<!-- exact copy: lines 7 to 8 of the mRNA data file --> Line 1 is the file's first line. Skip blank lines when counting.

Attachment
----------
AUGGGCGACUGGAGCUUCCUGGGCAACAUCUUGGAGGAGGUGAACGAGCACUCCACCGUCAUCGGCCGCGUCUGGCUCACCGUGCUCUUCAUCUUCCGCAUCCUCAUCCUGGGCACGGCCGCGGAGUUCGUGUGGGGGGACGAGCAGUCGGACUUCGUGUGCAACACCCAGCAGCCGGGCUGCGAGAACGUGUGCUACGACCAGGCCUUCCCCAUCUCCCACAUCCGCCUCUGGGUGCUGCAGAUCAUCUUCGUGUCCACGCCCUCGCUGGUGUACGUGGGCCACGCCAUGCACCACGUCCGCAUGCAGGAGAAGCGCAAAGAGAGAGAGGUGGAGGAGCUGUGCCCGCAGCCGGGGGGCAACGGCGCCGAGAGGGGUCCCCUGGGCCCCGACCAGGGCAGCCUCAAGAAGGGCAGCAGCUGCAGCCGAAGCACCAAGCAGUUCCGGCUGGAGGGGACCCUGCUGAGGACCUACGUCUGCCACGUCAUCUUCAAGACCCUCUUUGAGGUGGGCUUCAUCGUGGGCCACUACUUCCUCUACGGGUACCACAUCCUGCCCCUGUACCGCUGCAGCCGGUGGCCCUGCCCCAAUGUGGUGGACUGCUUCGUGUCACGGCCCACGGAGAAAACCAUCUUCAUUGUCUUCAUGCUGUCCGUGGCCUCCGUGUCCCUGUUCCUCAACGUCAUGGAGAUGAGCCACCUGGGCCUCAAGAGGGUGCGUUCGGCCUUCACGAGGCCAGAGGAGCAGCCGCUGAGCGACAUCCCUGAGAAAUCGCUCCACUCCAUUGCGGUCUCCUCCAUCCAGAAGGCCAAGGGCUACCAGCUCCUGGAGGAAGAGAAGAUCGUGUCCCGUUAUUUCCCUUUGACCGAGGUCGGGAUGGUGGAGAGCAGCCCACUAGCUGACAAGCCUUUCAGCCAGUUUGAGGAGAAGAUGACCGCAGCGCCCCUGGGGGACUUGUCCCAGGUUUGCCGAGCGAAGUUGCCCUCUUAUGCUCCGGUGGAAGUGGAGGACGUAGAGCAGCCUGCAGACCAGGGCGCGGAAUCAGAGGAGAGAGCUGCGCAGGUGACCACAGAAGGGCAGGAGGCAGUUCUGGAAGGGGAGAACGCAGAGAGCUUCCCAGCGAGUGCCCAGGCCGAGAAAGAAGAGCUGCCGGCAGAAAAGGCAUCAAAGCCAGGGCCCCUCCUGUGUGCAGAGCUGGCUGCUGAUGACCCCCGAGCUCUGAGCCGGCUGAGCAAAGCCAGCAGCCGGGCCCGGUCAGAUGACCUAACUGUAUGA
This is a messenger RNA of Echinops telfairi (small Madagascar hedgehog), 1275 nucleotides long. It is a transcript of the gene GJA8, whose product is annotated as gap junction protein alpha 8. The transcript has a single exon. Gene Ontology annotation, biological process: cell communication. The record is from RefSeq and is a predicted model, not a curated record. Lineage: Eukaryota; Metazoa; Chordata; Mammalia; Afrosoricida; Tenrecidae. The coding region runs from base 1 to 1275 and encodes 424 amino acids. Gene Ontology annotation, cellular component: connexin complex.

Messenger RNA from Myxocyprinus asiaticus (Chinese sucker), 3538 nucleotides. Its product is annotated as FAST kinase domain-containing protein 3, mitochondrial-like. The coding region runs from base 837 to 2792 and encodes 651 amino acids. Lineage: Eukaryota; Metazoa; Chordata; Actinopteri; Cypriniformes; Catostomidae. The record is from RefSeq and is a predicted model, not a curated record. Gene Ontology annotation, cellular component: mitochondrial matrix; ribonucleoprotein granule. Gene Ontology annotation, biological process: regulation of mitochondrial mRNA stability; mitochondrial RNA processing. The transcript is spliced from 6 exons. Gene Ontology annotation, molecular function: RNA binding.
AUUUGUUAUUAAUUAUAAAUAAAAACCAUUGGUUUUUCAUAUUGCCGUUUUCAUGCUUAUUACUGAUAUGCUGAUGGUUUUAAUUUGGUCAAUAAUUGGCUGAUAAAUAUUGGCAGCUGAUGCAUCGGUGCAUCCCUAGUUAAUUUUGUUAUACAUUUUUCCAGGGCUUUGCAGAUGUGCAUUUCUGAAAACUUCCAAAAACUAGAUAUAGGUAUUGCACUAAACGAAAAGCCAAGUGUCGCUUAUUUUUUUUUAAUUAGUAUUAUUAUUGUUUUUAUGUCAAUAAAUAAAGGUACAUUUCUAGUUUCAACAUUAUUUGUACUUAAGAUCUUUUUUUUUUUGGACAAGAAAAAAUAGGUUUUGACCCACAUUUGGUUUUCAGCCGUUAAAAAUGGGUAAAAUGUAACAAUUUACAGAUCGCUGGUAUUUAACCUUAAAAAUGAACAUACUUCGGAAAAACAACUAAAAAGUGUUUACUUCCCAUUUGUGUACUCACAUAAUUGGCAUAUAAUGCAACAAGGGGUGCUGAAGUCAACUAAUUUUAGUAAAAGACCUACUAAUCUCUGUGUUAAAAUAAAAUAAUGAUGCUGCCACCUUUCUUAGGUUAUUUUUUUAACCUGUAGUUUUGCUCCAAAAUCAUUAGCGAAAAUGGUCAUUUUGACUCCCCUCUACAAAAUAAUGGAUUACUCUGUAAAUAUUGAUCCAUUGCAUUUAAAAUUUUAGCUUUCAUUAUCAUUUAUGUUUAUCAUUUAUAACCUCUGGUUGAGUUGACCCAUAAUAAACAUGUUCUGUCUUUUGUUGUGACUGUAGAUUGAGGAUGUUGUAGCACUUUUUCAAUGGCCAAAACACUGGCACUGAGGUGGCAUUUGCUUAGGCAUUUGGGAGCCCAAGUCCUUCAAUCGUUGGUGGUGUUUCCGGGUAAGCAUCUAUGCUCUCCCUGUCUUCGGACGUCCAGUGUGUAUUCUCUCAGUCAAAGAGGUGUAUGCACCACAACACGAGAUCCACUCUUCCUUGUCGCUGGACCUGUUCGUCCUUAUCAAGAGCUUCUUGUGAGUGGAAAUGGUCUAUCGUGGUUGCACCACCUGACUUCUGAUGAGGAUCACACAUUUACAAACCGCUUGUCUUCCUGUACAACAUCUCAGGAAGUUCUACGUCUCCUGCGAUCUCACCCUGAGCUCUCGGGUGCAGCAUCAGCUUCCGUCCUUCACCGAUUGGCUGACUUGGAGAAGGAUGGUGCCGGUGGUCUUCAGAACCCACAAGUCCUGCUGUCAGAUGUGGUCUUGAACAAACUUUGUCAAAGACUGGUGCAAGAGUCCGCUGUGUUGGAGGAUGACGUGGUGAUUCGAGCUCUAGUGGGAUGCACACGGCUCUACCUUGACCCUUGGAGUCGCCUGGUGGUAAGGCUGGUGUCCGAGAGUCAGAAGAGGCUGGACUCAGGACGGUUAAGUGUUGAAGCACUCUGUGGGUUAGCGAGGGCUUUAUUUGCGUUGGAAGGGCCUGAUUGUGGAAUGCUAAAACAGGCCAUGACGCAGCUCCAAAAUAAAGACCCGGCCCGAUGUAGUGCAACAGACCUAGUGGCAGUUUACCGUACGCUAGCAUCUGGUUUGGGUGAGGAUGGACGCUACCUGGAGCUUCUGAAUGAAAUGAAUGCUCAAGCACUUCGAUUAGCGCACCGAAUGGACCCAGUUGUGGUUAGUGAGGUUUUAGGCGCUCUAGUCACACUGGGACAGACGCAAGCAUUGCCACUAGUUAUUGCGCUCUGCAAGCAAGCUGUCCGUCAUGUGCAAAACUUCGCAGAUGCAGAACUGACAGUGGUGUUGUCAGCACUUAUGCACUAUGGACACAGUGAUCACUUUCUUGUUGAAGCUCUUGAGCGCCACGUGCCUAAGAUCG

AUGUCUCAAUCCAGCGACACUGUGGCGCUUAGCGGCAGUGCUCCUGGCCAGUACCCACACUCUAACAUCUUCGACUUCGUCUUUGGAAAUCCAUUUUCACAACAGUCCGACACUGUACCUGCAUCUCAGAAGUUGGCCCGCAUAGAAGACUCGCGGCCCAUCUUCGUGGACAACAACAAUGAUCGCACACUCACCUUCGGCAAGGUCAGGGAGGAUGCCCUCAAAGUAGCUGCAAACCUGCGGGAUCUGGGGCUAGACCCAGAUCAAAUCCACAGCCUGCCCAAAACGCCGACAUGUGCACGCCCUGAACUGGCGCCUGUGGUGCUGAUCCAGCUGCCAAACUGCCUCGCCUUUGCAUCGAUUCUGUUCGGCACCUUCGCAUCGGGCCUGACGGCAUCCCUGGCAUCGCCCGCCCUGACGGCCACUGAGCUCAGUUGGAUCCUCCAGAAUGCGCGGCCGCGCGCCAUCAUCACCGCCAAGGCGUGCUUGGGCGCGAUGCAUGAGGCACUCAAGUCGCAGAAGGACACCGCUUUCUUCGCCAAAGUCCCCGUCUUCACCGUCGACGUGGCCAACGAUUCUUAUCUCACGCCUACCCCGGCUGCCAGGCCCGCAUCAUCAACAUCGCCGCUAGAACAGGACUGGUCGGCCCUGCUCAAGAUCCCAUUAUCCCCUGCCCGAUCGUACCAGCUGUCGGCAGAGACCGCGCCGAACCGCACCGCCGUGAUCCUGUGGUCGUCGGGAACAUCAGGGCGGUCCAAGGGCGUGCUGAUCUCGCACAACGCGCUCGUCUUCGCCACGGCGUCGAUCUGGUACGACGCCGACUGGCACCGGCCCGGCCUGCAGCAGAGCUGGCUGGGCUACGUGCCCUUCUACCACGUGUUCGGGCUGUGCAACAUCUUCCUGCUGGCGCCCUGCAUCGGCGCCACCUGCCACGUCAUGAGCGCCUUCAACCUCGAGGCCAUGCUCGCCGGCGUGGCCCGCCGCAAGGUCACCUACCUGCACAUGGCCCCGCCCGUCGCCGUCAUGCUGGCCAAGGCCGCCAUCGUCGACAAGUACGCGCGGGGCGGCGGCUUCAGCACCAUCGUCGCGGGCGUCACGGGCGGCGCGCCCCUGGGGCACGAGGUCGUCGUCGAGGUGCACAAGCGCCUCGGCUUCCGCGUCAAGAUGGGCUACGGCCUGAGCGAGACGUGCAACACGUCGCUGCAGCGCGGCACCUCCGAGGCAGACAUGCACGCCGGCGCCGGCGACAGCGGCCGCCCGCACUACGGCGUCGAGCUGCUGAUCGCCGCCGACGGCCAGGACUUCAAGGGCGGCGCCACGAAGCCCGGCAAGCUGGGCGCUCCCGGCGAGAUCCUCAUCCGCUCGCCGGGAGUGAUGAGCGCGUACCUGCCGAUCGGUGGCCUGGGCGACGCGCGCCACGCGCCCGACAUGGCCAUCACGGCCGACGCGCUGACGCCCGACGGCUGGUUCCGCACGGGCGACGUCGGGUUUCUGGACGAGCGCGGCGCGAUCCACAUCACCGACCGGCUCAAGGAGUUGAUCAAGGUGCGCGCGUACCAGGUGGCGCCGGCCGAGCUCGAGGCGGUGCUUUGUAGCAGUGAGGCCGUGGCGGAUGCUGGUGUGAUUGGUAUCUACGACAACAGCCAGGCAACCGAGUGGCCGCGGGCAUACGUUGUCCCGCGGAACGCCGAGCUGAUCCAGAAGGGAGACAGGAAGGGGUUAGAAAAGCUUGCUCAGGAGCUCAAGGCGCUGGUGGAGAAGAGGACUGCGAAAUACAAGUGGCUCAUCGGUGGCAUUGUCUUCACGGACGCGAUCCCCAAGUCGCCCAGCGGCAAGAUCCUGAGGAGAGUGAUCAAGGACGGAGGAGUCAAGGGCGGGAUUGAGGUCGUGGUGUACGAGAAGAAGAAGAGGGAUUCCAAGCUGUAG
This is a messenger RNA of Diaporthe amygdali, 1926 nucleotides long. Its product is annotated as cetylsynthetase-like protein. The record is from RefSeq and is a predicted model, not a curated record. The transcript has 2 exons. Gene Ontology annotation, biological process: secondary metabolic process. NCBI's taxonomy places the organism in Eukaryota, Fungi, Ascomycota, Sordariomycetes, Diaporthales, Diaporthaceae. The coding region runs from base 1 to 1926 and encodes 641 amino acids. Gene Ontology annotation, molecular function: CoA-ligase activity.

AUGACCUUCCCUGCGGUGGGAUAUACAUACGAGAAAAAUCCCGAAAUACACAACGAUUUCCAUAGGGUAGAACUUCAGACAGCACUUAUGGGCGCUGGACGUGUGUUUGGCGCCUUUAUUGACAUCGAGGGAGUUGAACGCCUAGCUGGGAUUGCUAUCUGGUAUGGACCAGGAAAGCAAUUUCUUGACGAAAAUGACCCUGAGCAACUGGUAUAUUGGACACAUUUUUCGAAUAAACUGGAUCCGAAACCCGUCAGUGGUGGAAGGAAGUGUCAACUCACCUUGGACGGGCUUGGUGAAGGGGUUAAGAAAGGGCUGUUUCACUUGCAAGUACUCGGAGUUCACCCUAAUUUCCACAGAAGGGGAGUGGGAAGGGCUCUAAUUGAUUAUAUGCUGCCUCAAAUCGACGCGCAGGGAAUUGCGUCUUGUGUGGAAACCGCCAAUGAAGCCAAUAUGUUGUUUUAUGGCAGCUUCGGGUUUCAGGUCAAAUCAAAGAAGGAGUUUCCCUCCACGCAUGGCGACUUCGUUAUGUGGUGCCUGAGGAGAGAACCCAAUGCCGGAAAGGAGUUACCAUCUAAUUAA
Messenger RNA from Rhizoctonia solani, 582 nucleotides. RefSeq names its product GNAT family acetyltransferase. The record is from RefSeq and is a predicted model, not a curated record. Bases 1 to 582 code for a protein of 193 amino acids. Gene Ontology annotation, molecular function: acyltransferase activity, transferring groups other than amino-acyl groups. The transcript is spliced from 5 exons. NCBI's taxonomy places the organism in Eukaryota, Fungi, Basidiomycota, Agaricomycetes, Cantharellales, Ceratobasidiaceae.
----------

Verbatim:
AUGACCUUCCCUGCGGUGGGAUAUACAUACGAGAAAAAUCCCGAAAUACACAACGAUUUCCAUAGGGUAGAACUUCAGACAGCACUUAUGGGCGCUGGACGUGUGUUUGGCGCCUUUAUUGACAUCGAGGGAGUUGAACGCCUAGCUGGGAUUGCUAUCUGGUAUGGACCAGGAAAGCAAUUUCUUGACGAAAAUGACCCUGAGCAACUGGUAUAUUGGACACAUUUUUCGAAUAAACUGGAUCCGAAACCCGUCAGUGGUGGAAGGAAGUGUCAACUCACCUUGGACGGGCUUGGUGAAGGGGUUAAGAAAGGGCUGUUUCACUUGCAAGUACUCGGAGUUCACCCUAAUUUCCACAGAAGGGGAGUGGGAAGGGCUCUAAUUGAUUAUAUGCUGCCUCAAAUCGACGCGCAGGGAAUUGCGUCUUGUGUGGAAACCGCCAAUGAAGCCAAUAUGUUGUUUUAUGGCAGCUUCGGGUUUCAGGUCAAAUCAAAGAAGGAGUUUCCCUCCACGCAUGGCGACUUCGUUAUGUGGUGCCUGAGGAGAGAACCCAAUGCCGGAAAGGAGUUACCAUCUAAUUAA
Messenger RNA from Rhizoctonia solani, 582 nucleotides. RefSeq names its product GNAT family acetyltransferase. The record is from RefSeq and is a predicted model, not a curated record. Bases 1 to 582 code for a protein of 193 amino acids. Gene Ontology annotation, molecular function: acyltransferase activity, transferring groups other than amino-acyl groups. The transcript is spliced from 5 exons. NCBI's taxonomy places the organism in Eukaryota, Fungi, Basidiomycota, Agaricomycetes, Cantharellales, Ceratobasidiaceae.